In any enterprise, building stakeholder trust and confidence is an important part of moving important initiatives forward. The security team is not exempt from this responsibility, and the effectiveness and success of a security team is highly correlated to its ability to build trust and confidence among its stakeholders.
Some security teams are better at this than others, of course. I’ve noticed over the course of my career that certain traits a security team can exhibit or learn to exhibit are very helpful in reaching this goal. Here are a few helpful points that I’ve seen help security teams build stakeholder trust and confidence.
A security team can never provide too much clear, concise, on-point, and focused communication to its stakeholders. If you think you can overcommunicate on relevant topics, you are mistaken. In my experience, far too many disagreements and battles aren’t disagreements or battles at all – they are merely misunderstandings, miscommunications, or a complete lack of communication. In real estate, people say “location, location, location” – in security, we should say “communicate, communicate, communicate.” Opening the lines of communication is a great way to build trust.
• Honesty: Don’t be afraid to be honest, even if it means admitting fault, acknowledging a mistake, or being the bearer of bad news. Stakeholders appreciate honesty more than you might realize. Sure, they will provide their feedback, make suggestions, and perhaps even demand that certain issues are addressed. But that is all healthy and good for a security team. On the other hand, lying or misrepresenting information to stakeholders nearly always has disastrous consequences. Being honest, even when the facts may not be flattering, is always the best way to build stakeholder trust and confidence.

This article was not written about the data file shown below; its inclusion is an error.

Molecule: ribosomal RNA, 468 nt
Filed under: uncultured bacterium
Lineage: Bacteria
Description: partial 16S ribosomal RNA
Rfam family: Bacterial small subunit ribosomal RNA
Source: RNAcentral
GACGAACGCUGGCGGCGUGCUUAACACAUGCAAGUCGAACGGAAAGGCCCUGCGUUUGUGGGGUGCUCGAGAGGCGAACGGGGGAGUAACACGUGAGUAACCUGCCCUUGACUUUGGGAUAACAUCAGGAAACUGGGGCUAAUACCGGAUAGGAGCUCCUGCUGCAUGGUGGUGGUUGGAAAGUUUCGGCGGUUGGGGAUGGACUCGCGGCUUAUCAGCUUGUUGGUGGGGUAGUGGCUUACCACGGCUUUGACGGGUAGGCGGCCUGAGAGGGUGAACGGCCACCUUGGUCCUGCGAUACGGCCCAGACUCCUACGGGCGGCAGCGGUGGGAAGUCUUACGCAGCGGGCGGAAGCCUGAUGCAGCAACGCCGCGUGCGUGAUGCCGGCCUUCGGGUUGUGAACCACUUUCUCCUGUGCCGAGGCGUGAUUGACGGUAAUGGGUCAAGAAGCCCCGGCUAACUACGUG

• Transparency: I can’t stress enough the importance of a security team being open and transparent with stakeholders. I’ve been in meetings where stakeholders learn that certain information has been withheld from them or that an inaccurate picture was deliberately painted. It isn’t pretty, and it can often take a very long time for a security team to overcome having done that. Be transparent – it pays huge dividends in the long run.
• Sincerity: While not everyone can pick up on fakeness and insincerity, many people can. When a security team is sincere in its efforts and the manner in which it engages with its stakeholders, that does not go unnoticed. Stakeholders very much appreciate sincerity, and it goes a long way towards building trust and confidence.
• Diligence: Stakeholders generally appreciate hard work. While they don’t expect the security team to be perfectly mature and execute flawlessly, they do expect commitment and dedication. This includes times during which the security team is working to remedy or rectify certain issues that may have occurred or mistakes that may have been made. Security teams that give it their all, even if and when they make mistakes, earn the respect of their stakeholders.
• Listening: I haven’t met too many people in my life who appreciate people who aren’t great listeners. The same is true for security teams. When stakeholders raise issues or express concerns, they often do so with the intent to better the state of security, reduce risk, and safeguard important data and assets within the enterprise. If the security team is dismissive of much of what stakeholders raise, those stakeholders will take notice. The result is that the security team will not be able to build the trust and confidence they so desperately need to build.
• Action: Actions speak louder than words. I’ve met far too many people who can talk circles around others, only to disappoint with their actions later. Follow-through is the name of the game here. If the security team commits to or promises something, that commitment or promise ought to mean something. When it does, trust and confidence in the security team will soar. When it doesn’t, that trust and confidence will plummet.
No matter how good a security team is and how good its ideas are, they will not move forward without the buy-in of stakeholders. That buy-in is highly dependent on the trust and confidence those stakeholders have in the security team. By investing in the above activities, security teams can more effectively move their initiatives forward.
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